We can now appreciate the fundamental role of the miracle of the oil. Victory in battle is not a sufficient foundation for the creation of Chanukah. The Almighty must reveal Himself as the cause of the triumph and salvation. This revelation took place through the miracle of the oil. With this miracle, Hashem indicated His influence and role in the events of Chanukah. Just as the Almighty had performed the miracle of the oil, so too He had been the force behind the salvation. We can now understand the comments of the Talmud. True, Chanukah celebrates our salvation. However, the celebration could not have been established without the miracle of the Menorah. This miracle indicated that the salvation was through the intervention of the Almighty. Only on the basis of this revelation could the celebration of Chanukah be created.
"How many candles does one light? On the first night, one lights one candle. Thenceforth, one adds one candle each night so that on the last night there will be eight candles. And if there are many household members, they should not light more than this number. Some say each household member should light." (Shulchan Aruch Orech Chayim 671:2)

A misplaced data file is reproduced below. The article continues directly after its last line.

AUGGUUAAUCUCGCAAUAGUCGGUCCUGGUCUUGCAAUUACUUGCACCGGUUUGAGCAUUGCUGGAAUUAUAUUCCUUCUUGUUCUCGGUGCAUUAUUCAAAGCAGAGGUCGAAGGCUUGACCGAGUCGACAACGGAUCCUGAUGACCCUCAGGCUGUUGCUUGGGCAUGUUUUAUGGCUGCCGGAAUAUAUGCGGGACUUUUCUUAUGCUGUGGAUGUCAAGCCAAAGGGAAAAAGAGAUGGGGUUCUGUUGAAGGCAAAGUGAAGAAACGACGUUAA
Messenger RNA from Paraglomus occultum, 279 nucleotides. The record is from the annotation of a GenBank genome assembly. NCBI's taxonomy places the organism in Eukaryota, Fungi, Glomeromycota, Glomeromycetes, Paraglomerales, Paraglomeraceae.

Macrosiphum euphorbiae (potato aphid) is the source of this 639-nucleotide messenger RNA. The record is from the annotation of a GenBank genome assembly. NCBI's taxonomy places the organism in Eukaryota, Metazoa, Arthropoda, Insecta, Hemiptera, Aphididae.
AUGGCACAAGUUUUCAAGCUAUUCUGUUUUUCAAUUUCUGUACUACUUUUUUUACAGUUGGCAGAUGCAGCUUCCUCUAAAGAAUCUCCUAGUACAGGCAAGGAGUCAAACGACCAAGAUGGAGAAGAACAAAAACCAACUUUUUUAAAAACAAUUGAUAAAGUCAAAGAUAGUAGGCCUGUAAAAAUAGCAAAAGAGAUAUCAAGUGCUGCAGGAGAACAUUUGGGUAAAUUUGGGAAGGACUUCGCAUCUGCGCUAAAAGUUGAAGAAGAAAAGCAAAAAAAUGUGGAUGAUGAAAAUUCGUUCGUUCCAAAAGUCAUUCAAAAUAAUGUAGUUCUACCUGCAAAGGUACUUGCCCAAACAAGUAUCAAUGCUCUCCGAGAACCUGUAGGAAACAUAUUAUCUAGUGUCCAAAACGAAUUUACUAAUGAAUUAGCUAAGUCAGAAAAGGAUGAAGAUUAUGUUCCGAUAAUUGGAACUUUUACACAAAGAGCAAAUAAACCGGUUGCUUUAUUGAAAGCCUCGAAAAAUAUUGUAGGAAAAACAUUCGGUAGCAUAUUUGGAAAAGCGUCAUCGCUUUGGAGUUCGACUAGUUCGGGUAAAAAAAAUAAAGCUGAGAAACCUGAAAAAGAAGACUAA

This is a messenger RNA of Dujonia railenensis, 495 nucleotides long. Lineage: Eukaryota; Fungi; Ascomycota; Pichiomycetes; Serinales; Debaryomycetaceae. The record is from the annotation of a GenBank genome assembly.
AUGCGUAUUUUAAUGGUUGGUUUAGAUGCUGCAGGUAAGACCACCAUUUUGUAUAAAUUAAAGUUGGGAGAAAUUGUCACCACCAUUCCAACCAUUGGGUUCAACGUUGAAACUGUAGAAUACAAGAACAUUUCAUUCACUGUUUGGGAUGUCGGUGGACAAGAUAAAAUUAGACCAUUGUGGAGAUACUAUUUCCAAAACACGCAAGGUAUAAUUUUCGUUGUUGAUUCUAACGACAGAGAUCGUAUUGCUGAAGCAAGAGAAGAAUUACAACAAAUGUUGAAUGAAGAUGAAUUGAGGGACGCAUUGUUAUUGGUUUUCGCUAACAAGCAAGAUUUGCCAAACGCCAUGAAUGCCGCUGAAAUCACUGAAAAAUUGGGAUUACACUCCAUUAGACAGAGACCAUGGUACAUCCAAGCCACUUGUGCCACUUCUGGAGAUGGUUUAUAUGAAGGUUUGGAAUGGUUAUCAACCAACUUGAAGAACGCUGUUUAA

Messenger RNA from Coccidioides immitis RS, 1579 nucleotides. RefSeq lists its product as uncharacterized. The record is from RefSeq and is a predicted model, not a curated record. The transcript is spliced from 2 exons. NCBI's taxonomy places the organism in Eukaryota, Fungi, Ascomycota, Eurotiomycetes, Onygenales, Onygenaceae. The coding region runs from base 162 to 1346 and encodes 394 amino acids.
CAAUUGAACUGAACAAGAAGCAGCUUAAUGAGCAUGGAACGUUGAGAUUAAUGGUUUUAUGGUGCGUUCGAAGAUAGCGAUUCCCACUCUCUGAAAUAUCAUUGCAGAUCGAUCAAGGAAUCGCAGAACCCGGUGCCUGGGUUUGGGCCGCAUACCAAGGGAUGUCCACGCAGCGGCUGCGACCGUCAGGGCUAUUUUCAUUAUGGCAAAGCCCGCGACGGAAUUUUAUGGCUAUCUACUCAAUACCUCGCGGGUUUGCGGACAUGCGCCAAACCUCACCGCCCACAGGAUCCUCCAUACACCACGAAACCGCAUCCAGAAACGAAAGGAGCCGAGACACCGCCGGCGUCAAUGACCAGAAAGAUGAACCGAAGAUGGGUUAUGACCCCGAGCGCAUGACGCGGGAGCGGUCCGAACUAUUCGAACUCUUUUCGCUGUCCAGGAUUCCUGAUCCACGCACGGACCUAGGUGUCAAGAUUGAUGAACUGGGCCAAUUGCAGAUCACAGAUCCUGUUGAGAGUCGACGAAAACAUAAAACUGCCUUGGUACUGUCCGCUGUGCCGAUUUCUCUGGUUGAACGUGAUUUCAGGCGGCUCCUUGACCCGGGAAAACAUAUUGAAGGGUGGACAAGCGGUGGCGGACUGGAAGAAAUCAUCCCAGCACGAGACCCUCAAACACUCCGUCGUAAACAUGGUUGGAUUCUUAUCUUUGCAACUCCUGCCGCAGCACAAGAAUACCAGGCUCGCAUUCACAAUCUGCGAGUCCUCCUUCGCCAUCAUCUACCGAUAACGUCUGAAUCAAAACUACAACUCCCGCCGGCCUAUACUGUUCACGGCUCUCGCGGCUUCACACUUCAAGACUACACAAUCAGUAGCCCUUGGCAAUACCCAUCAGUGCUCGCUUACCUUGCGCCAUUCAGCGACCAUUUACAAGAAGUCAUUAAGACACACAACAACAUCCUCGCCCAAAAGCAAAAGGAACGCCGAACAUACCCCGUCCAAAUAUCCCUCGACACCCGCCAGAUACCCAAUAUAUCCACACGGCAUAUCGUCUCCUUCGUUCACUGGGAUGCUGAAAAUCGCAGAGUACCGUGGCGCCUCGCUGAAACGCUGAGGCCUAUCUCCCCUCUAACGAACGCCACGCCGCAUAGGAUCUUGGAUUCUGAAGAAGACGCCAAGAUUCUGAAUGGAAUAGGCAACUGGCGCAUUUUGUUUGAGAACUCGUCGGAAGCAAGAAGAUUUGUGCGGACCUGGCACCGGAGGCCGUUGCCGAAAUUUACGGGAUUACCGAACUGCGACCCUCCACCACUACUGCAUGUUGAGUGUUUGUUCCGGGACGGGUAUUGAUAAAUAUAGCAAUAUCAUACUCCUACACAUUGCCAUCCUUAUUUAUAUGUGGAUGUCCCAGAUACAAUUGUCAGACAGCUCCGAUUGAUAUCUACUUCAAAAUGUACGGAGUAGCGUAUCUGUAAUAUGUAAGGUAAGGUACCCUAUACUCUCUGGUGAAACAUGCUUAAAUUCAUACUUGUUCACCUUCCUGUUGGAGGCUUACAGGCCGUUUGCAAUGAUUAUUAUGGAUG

The Talmud explains that the commandment to light the Chanukah lights can be fulfilled on three levels. The basic level requires that each night a single candle is lit for the entire household. The preferred method is to light a number of candles corresponding to the number of members of the household. This number of candles is lit every night. The optimal method is to light a number of candles corresponding to the night of the festival. The first night one candle is lit. The second night two candles are lit. One candle is added each night until, on the last night, eight are lit. An illustration will demonstrate these various levels. Consider a household composed of a father, mother and two children. The basic level of performance requires that this household light a single candle each night of Chanukah. This number never increases. The preferred method requires four candles to be lit each night. This number corresponds to the size of the household. The number remains constant throughout the festival. Applying our illustrative case to the optimal level presents a difficulty. The Shulchan Aruch maintains that our family will light a single candle the first night. An additional candle is added each night, until a total of eight is reached. Rav Moshe Isserlis, in his glosses on the Shulchan Aruch, disagrees. He maintains that the household must still light a number of candles corresponding with the number of its members. Therefore, the first night four candles are lit. This number represents the four members of the family. On subsequent nights one candles is added to each of the four. Following this plan, on the second night eight candles are lit two candles for each family member. On the third night twelve candles are lit. On the eighth night thirty-two candles are lit. Superficially, the position of Ramah Rav Moshe Isserlis is more logical. The preferred method of lighting requires a candle be lit for each member of the household. The optimal level requires that the number of candles correspond with the night of the festival. Ramah assumes that these two methods should be combined. Performance of the commandment at the optimal level should not preclude the inclusion of the preferred method. Therefore, each night, the number of candles corresponds with both the number of members of the household and the night of the festival. This makes sense!